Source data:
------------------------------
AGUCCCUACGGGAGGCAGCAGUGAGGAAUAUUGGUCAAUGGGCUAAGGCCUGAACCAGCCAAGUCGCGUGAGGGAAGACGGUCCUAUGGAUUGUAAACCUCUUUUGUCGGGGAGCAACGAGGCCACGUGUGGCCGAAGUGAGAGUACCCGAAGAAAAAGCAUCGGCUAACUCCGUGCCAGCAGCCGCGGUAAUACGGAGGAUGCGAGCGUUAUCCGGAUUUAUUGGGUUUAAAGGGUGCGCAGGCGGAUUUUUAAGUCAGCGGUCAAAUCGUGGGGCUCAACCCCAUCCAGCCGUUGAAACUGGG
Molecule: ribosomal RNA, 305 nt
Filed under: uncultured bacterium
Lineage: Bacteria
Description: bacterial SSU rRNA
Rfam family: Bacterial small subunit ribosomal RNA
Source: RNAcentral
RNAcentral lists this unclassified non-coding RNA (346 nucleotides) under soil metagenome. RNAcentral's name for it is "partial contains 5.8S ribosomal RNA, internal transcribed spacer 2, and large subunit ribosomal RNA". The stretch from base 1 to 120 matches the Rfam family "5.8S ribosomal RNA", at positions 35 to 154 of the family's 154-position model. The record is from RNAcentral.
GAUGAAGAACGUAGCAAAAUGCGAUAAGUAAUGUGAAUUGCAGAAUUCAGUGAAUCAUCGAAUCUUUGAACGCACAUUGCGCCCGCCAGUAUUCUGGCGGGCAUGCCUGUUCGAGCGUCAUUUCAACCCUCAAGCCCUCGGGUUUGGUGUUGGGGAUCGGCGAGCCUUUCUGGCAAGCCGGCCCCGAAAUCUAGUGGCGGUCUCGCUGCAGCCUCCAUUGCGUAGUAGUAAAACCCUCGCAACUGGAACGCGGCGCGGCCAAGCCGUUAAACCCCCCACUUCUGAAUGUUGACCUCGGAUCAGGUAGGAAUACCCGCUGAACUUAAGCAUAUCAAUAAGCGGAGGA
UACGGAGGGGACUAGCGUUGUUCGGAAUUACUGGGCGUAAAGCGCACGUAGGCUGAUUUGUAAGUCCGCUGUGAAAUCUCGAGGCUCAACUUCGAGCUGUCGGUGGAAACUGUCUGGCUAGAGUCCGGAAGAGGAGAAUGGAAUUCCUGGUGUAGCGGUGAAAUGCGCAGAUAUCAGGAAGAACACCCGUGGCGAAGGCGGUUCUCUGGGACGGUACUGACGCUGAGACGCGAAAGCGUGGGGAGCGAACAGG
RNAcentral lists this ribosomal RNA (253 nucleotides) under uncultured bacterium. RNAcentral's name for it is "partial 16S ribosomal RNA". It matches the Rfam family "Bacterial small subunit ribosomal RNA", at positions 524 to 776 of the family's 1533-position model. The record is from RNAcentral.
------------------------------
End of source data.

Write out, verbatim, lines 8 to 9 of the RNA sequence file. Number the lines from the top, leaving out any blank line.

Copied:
RNAcentral lists this unclassified non-coding RNA (346 nucleotides) under soil metagenome. RNAcentral's name for it is "partial contains 5.8S ribosomal RNA, internal transcribed spacer 2, and large subunit ribosomal RNA". The stretch from base 1 to 120 matches the Rfam family "5.8S ribosomal RNA", at positions 35 to 154 of the family's 154-position model. The record is from RNAcentral.
GAUGAAGAACGUAGCAAAAUGCGAUAAGUAAUGUGAAUUGCAGAAUUCAGUGAAUCAUCGAAUCUUUGAACGCACAUUGCGCCCGCCAGUAUUCUGGCGGGCAUGCCUGUUCGAGCGUCAUUUCAACCCUCAAGCCCUCGGGUUUGGUGUUGGGGAUCGGCGAGCCUUUCUGGCAAGCCGGCCCCGAAAUCUAGUGGCGGUCUCGCUGCAGCCUCCAUUGCGUAGUAGUAAAACCCUCGCAACUGGAACGCGGCGCGGCCAAGCCGUUAAACCCCCCACUUCUGAAUGUUGACCUCGGAUCAGGUAGGAAUACCCGCUGAACUUAAGCAUAUCAAUAAGCGGAGGA